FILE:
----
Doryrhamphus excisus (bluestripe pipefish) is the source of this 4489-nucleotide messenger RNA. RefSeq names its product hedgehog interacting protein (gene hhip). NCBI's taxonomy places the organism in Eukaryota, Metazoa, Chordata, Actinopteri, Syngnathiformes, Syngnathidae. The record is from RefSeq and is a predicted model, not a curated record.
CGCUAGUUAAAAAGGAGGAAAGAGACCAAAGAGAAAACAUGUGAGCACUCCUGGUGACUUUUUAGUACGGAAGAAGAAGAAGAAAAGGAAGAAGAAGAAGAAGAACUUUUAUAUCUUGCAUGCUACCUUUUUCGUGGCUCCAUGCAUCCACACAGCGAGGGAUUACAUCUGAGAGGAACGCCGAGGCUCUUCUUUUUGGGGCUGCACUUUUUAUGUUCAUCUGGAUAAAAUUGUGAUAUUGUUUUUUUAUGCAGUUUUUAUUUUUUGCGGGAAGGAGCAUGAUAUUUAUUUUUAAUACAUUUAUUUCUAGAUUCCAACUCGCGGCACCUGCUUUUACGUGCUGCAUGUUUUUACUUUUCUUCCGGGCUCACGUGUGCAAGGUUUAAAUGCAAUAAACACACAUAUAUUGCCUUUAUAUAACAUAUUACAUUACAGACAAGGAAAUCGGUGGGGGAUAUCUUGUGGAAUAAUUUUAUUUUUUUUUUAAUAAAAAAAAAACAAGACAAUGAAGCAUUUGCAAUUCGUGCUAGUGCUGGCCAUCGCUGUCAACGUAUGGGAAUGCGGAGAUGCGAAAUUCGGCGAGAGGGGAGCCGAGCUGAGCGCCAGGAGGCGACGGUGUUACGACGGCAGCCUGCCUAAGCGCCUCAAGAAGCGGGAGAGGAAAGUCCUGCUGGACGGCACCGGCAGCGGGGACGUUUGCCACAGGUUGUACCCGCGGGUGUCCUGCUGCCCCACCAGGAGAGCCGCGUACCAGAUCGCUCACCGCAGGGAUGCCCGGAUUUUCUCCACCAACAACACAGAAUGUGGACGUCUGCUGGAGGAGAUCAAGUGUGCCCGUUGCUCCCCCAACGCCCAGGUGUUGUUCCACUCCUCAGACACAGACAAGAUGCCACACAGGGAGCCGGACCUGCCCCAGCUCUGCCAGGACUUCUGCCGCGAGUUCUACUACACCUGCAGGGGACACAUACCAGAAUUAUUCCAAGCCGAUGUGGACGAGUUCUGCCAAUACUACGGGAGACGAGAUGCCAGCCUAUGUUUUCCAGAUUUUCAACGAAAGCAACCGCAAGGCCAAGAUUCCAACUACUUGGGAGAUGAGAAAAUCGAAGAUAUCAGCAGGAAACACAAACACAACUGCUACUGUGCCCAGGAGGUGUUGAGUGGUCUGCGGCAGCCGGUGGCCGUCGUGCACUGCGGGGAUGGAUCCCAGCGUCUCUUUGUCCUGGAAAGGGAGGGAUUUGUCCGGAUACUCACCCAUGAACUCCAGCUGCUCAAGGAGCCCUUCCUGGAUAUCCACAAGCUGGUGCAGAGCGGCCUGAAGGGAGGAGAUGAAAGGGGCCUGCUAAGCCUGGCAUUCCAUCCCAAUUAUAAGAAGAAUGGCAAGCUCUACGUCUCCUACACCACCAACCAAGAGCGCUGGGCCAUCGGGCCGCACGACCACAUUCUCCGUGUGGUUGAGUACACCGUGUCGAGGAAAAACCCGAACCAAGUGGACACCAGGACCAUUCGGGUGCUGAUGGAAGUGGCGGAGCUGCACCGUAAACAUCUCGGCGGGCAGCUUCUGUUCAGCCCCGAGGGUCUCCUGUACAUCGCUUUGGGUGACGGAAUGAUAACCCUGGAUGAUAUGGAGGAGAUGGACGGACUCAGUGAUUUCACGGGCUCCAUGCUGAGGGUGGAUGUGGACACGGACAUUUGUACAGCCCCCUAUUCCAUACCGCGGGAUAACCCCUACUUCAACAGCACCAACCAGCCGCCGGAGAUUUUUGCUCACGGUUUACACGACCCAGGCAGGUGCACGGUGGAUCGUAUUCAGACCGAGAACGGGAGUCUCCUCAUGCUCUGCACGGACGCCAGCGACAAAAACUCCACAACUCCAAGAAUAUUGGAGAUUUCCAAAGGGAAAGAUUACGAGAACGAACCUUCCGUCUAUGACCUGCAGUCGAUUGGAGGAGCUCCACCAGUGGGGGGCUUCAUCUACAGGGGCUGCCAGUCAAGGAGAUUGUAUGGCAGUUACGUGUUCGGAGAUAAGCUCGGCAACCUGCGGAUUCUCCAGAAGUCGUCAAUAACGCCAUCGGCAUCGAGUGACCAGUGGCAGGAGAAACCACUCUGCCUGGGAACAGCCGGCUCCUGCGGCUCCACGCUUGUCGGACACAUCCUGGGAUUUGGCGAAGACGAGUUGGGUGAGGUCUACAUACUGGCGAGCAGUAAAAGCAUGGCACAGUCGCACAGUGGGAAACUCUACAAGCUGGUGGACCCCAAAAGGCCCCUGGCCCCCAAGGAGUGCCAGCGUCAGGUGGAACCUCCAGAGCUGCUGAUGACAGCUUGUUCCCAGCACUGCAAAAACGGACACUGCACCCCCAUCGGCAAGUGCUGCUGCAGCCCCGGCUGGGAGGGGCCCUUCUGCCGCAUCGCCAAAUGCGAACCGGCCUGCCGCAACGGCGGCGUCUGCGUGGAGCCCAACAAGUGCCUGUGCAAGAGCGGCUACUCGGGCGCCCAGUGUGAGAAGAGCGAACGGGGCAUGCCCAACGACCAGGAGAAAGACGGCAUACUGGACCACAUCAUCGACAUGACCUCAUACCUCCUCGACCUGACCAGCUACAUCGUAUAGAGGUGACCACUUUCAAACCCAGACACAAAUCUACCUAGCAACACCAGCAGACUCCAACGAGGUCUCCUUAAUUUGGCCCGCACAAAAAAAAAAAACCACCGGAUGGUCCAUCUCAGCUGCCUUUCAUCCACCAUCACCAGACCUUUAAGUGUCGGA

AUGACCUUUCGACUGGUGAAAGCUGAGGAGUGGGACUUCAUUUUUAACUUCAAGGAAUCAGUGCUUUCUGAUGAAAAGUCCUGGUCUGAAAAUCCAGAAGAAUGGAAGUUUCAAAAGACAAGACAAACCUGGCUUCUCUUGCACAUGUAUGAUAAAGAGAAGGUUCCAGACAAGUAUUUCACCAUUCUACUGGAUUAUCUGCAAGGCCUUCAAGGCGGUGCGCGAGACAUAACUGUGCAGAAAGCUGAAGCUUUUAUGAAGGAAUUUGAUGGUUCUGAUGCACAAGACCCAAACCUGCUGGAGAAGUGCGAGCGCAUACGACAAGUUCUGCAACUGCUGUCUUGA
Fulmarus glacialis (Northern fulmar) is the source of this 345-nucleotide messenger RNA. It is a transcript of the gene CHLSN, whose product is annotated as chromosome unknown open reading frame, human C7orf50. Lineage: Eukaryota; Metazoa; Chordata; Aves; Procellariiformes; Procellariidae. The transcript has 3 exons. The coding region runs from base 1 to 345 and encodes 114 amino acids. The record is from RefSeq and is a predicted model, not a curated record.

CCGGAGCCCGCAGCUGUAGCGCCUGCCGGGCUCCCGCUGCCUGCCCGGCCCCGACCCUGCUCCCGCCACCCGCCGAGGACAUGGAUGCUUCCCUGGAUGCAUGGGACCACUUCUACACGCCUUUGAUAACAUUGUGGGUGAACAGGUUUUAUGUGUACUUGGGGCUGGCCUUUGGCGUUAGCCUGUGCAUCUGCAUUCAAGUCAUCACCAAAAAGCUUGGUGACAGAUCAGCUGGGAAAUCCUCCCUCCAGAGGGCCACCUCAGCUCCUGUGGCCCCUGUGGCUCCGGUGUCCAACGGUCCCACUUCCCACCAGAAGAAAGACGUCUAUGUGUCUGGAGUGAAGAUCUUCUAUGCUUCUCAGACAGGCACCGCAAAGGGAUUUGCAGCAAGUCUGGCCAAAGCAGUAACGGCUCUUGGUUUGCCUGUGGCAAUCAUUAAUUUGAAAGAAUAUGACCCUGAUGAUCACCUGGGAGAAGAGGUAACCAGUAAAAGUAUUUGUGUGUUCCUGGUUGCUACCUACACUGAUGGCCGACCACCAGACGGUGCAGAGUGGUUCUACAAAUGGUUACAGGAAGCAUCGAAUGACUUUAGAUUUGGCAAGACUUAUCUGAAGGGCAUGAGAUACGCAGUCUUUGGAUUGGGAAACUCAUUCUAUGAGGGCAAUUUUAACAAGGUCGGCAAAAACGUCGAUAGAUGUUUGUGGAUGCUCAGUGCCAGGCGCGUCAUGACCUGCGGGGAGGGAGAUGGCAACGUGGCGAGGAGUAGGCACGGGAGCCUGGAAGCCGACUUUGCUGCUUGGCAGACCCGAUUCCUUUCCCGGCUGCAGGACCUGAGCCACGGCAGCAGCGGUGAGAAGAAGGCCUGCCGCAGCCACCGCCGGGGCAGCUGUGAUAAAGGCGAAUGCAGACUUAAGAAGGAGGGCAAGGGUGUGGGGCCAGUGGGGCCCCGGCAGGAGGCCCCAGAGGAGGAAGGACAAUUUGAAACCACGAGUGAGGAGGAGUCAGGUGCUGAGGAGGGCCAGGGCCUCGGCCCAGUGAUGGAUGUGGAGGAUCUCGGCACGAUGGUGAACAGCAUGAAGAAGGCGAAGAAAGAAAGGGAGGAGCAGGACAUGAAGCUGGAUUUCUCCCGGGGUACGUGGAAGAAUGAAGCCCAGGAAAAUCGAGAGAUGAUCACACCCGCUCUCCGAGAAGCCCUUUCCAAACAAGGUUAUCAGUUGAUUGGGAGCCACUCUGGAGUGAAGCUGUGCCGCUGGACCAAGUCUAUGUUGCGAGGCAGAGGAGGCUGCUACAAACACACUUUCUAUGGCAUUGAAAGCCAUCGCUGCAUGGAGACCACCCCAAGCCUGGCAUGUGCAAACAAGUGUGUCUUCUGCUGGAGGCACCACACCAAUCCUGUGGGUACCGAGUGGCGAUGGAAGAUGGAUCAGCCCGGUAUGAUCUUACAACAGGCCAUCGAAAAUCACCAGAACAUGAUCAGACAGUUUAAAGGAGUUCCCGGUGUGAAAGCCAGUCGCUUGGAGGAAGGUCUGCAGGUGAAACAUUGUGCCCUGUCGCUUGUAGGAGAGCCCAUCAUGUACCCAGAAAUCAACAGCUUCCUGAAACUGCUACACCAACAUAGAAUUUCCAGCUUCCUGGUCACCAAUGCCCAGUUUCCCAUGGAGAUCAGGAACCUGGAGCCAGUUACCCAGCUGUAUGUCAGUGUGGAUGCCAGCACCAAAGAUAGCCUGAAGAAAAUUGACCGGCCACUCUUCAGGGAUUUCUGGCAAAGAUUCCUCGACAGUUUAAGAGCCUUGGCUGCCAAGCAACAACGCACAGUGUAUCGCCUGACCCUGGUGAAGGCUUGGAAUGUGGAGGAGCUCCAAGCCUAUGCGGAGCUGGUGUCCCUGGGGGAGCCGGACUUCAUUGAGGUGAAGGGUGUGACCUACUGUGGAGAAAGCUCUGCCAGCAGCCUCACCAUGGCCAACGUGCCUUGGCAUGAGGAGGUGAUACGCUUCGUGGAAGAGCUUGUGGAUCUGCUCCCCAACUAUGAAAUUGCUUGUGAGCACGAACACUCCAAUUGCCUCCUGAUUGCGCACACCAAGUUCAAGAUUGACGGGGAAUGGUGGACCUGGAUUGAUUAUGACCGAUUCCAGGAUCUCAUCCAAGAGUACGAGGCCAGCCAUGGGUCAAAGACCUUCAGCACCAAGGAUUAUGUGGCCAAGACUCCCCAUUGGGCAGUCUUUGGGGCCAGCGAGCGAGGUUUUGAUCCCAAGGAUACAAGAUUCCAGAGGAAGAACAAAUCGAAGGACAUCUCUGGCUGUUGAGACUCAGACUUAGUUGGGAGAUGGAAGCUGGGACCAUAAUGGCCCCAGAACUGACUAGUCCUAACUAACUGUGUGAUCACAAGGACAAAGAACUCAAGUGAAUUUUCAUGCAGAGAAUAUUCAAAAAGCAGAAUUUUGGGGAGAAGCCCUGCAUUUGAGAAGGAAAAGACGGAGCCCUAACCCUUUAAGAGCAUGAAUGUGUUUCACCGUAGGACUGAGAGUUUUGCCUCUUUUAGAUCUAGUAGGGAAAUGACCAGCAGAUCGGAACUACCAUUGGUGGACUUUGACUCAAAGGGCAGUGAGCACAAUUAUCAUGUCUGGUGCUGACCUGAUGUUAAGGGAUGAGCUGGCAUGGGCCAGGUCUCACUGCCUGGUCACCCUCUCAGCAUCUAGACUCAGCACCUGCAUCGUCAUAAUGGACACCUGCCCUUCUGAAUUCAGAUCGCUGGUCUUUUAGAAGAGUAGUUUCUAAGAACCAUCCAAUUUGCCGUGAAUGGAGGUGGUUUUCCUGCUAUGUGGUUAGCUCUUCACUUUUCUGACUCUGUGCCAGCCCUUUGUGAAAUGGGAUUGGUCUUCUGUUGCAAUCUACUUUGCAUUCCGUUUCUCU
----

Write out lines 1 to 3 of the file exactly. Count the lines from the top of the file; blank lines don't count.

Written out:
Doryrhamphus excisus (bluestripe pipefish) is the source of this 4489-nucleotide messenger RNA. RefSeq names its product hedgehog interacting protein (gene hhip). NCBI's taxonomy places the organism in Eukaryota, Metazoa, Chordata, Actinopteri, Syngnathiformes, Syngnathidae. The record is from RefSeq and is a predicted model, not a curated record.
CGCUAGUUAAAAAGGAGGAAAGAGACCAAAGAGAAAACAUGUGAGCACUCCUGGUGACUUUUUAGUACGGAAGAAGAAGAAGAAAAGGAAGAAGAAGAAGAAGAACUUUUAUAUCUUGCAUGCUACCUUUUUCGUGGCUCCAUGCAUCCACACAGCGAGGGAUUACAUCUGAGAGGAACGCCGAGGCUCUUCUUUUUGGGGCUGCACUUUUUAUGUUCAUCUGGAUAAAAUUGUGAUAUUGUUUUUUUAUGCAGUUUUUAUUUUUUGCGGGAAGGAGCAUGAUAUUUAUUUUUAAUACAUUUAUUUCUAGAUUCCAACUCGCGGCACCUGCUUUUACGUGCUGCAUGUUUUUACUUUUCUUCCGGGCUCACGUGUGCAAGGUUUAAAUGCAAUAAACACACAUAUAUUGCCUUUAUAUAACAUAUUACAUUACAGACAAGGAAAUCGGUGGGGGAUAUCUUGUGGAAUAAUUUUAUUUUUUUUUUAAUAAAAAAAAAACAAGACAAUGAAGCAUUUGCAAUUCGUGCUAGUGCUGGCCAUCGCUGUCAACGUAUGGGAAUGCGGAGAUGCGAAAUUCGGCGAGAGGGGAGCCGAGCUGAGCGCCAGGAGGCGACGGUGUUACGACGGCAGCCUGCCUAAGCGCCUCAAGAAGCGGGAGAGGAAAGUCCUGCUGGACGGCACCGGCAGCGGGGACGUUUGCCACAGGUUGUACCCGCGGGUGUCCUGCUGCCCCACCAGGAGAGCCGCGUACCAGAUCGCUCACCGCAGGGAUGCCCGGAUUUUCUCCACCAACAACACAGAAUGUGGACGUCUGCUGGAGGAGAUCAAGUGUGCCCGUUGCUCCCCCAACGCCCAGGUGUUGUUCCACUCCUCAGACACAGACAAGAUGCCACACAGGGAGCCGGACCUGCCCCAGCUCUGCCAGGACUUCUGCCGCGAGUUCUACUACACCUGCAGGGGACACAUACCAGAAUUAUUCCAAGCCGAUGUGGACGAGUUCUGCCAAUACUACGGGAGACGAGAUGCCAGCCUAUGUUUUCCAGAUUUUCAACGAAAGCAACCGCAAGGCCAAGAUUCCAACUACUUGGGAGAUGAGAAAAUCGAAGAUAUCAGCAGGAAACACAAACACAACUGCUACUGUGCCCAGGAGGUGUUGAGUGGUCUGCGGCAGCCGGUGGCCGUCGUGCACUGCGGGGAUGGAUCCCAGCGUCUCUUUGUCCUGGAAAGGGAGGGAUUUGUCCGGAUACUCACCCAUGAACUCCAGCUGCUCAAGGAGCCCUUCCUGGAUAUCCACAAGCUGGUGCAGAGCGGCCUGAAGGGAGGAGAUGAAAGGGGCCUGCUAAGCCUGGCAUUCCAUCCCAAUUAUAAGAAGAAUGGCAAGCUCUACGUCUCCUACACCACCAACCAAGAGCGCUGGGCCAUCGGGCCGCACGACCACAUUCUCCGUGUGGUUGAGUACACCGUGUCGAGGAAAAACCCGAACCAAGUGGACACCAGGACCAUUCGGGUGCUGAUGGAAGUGGCGGAGCUGCACCGUAAACAUCUCGGCGGGCAGCUUCUGUUCAGCCCCGAGGGUCUCCUGUACAUCGCUUUGGGUGACGGAAUGAUAACCCUGGAUGAUAUGGAGGAGAUGGACGGACUCAGUGAUUUCACGGGCUCCAUGCUGAGGGUGGAUGUGGACACGGACAUUUGUACAGCCCCCUAUUCCAUACCGCGGGAUAACCCCUACUUCAACAGCACCAACCAGCCGCCGGAGAUUUUUGCUCACGGUUUACACGACCCAGGCAGGUGCACGGUGGAUCGUAUUCAGACCGAGAACGGGAGUCUCCUCAUGCUCUGCACGGACGCCAGCGACAAAAACUCCACAACUCCAAGAAUAUUGGAGAUUUCCAAAGGGAAAGAUUACGAGAACGAACCUUCCGUCUAUGACCUGCAGUCGAUUGGAGGAGCUCCACCAGUGGGGGGCUUCAUCUACAGGGGCUGCCAGUCAAGGAGAUUGUAUGGCAGUUACGUGUUCGGAGAUAAGCUCGGCAACCUGCGGAUUCUCCAGAAGUCGUCAAUAACGCCAUCGGCAUCGAGUGACCAGUGGCAGGAGAAACCACUCUGCCUGGGAACAGCCGGCUCCUGCGGCUCCACGCUUGUCGGACACAUCCUGGGAUUUGGCGAAGACGAGUUGGGUGAGGUCUACAUACUGGCGAGCAGUAAAAGCAUGGCACAGUCGCACAGUGGGAAACUCUACAAGCUGGUGGACCCCAAAAGGCCCCUGGCCCCCAAGGAGUGCCAGCGUCAGGUGGAACCUCCAGAGCUGCUGAUGACAGCUUGUUCCCAGCACUGCAAAAACGGACACUGCACCCCCAUCGGCAAGUGCUGCUGCAGCCCCGGCUGGGAGGGGCCCUUCUGCCGCAUCGCCAAAUGCGAACCGGCCUGCCGCAACGGCGGCGUCUGCGUGGAGCCCAACAAGUGCCUGUGCAAGAGCGGCUACUCGGGCGCCCAGUGUGAGAAGAGCGAACGGGGCAUGCCCAACGACCAGGAGAAAGACGGCAUACUGGACCACAUCAUCGACAUGACCUCAUACCUCCUCGACCUGACCAGCUACAUCGUAUAGAGGUGACCACUUUCAAACCCAGACACAAAUCUACCUAGCAACACCAGCAGACUCCAACGAGGUCUCCUUAAUUUGGCCCGCACAAAAAAAAAAAACCACCGGAUGGUCCAUCUCAGCUGCCUUUCAUCCACCAUCACCAGACCUUUAAGUGUCGGA

AUGACCUUUCGACUGGUGAAAGCUGAGGAGUGGGACUUCAUUUUUAACUUCAAGGAAUCAGUGCUUUCUGAUGAAAAGUCCUGGUCUGAAAAUCCAGAAGAAUGGAAGUUUCAAAAGACAAGACAAACCUGGCUUCUCUUGCACAUGUAUGAUAAAGAGAAGGUUCCAGACAAGUAUUUCACCAUUCUACUGGAUUAUCUGCAAGGCCUUCAAGGCGGUGCGCGAGACAUAACUGUGCAGAAAGCUGAAGCUUUUAUGAAGGAAUUUGAUGGUUCUGAUGCACAAGACCCAAACCUGCUGGAGAAGUGCGAGCGCAUACGACAAGUUCUGCAACUGCUGUCUUGA